If you think you may have a gas leak, evacuate your home and call 911 immediately.
Signs of a gas leak can include the following:
- The smell of sulfur or “rotten eggs”
- Hissing or blowing sounds from appliances hooked up to the gas line, such as gas stoves, or sounds from the gas source itself
- Dead or yellowed grass, plants or other vegetation
- People in the house having symptoms such as dizziness, nausea or fatigue
If you are dealing with any of these signs and are concerned they could be caused by a gas leak, leave your home and call 911 immediately, followed by your utility company.
There are cases where the utility company will fix a gas leak, but in a lot of instances the homeowner is liable. Fortunately, the professionals at Parker Pearce Service Experts are thoroughly trained to install or repair gas lines and we are committed to getting the job done properly, and more importantly, safely. Not to mention that all our work is covered with our 100% Satisfaction Guarantee!
GAS LINE REPAIR IS SOMETHING YOU SHOULD NEVER TRY AS A DIY PROJECT.
While there are a lot of things to get done around the house that homeowners decide to take on by themselves, gas line repair needs to be left up to the specialists. It is the only way to make sure that your gas lines are both safe and effective, as well as up to all Gaithersburg codes.
From adding gas lines for a new stove or oven to doing repairs on gas lines for a heater in your garage, Parker Pearce Service Experts’s expertise have allowed us to handle a number of gas line projects in the Gaithersburg community, so no job is too big or too small for our experts.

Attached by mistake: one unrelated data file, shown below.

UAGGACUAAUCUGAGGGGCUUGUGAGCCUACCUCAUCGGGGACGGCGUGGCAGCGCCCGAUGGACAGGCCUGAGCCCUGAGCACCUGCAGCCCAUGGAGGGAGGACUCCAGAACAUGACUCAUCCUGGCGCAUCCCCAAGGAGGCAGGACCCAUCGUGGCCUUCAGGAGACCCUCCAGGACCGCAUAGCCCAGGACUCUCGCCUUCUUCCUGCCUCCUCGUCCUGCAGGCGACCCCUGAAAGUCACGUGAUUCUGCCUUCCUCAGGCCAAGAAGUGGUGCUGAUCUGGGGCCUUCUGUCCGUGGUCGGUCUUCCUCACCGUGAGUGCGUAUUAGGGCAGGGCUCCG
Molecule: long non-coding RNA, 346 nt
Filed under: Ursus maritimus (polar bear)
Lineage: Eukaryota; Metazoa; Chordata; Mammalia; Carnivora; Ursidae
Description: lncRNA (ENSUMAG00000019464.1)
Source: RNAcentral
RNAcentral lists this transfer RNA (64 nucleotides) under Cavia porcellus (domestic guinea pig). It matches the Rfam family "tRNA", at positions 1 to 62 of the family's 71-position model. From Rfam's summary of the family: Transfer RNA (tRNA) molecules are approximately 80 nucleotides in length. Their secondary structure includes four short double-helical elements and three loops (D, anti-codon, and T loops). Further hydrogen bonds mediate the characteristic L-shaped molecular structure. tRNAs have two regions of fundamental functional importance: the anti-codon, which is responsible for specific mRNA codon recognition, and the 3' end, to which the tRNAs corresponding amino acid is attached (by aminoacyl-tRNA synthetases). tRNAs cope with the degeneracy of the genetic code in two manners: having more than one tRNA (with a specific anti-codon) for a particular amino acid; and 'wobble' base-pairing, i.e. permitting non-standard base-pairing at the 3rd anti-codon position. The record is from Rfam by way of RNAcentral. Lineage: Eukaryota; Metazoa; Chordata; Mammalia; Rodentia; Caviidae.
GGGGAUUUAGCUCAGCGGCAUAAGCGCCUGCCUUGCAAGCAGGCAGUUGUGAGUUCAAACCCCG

Gas Leak and Carbon Monoxide Safety
As noted before, the first thing you need to do if you are worried about a gas leak is leave your home and then call 911 immediately. After emergency responders are on their way, get ahold of your utility company.
Once the emergency responders and utility company have made sure there is no danger, call Parker Pearce Service Experts to schedule a gas line repair, installation or replacement.
Poisonous gases, including natural gas and carbon monoxide, need to be taken very seriously. Be sure you have carbon monoxide detectors installed in your home and call 911 right away if you’re ever nervous about a gas leak or carbon monoxide in your home. Unlike natural gas, carbon monoxide does not have an odor and isn’t easily detected. The EPA recommends a few steps to reduce exposure to carbon monoxide:
- Keep gas appliances safely adjusted.
- Invest in and use an exhaust fan vented to outdoors over gas stoves.
- Open flues when fireplaces are in use.
- Have a well-versed professional inspect, clean and tune up your central heating systems (including furnaces, flues and chimneys) annually and fix any leaks immediately.
For more ideas on how to safely heat your home and avoid carbon monoxide issues, look at our blog.